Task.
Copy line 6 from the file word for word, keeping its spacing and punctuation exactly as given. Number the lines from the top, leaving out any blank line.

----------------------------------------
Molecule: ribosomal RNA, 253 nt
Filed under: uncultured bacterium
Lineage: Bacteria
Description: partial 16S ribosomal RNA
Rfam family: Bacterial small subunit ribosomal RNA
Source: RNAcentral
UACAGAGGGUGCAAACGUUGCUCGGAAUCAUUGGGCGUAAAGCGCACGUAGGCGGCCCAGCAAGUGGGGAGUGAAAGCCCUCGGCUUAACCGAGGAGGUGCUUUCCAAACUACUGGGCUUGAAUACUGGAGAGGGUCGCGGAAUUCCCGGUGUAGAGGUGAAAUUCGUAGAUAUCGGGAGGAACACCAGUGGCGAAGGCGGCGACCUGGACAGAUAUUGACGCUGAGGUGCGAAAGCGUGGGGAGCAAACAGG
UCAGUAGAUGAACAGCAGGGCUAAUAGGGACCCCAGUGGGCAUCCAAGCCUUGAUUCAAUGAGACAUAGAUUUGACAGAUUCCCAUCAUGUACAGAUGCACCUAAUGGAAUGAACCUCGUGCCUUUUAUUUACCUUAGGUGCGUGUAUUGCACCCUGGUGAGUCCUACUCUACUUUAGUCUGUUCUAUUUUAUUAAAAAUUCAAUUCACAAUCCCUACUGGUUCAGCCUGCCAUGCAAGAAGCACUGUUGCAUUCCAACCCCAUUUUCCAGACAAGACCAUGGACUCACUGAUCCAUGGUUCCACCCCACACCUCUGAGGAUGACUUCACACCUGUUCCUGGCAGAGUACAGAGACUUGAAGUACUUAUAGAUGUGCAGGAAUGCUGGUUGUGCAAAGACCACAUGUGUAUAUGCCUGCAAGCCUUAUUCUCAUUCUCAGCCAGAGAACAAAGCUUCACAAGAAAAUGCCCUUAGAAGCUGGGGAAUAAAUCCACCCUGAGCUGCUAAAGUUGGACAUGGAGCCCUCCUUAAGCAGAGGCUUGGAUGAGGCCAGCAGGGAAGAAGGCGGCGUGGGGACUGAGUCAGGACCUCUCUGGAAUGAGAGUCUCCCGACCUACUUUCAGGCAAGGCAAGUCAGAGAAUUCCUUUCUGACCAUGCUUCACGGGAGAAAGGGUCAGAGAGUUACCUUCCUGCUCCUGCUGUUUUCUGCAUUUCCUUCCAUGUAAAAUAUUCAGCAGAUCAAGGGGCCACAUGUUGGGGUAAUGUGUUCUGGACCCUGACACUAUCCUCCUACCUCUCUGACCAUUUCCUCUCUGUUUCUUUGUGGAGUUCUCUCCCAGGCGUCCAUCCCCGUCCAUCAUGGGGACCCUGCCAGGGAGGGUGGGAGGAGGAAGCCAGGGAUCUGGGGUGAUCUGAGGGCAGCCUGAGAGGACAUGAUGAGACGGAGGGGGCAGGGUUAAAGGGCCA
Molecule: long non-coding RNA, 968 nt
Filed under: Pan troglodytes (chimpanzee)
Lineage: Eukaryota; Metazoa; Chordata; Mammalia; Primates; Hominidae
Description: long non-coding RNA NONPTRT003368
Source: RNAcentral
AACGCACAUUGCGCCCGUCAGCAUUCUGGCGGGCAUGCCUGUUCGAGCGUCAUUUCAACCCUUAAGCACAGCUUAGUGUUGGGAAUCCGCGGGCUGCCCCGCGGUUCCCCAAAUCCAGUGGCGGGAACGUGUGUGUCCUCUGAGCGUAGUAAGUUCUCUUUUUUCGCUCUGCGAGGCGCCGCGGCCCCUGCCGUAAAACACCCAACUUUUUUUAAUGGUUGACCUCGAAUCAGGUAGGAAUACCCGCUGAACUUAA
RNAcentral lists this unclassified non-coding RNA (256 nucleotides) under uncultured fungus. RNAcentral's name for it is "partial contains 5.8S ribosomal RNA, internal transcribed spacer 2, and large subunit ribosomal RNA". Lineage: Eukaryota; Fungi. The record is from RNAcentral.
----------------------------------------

Source: RNAcentral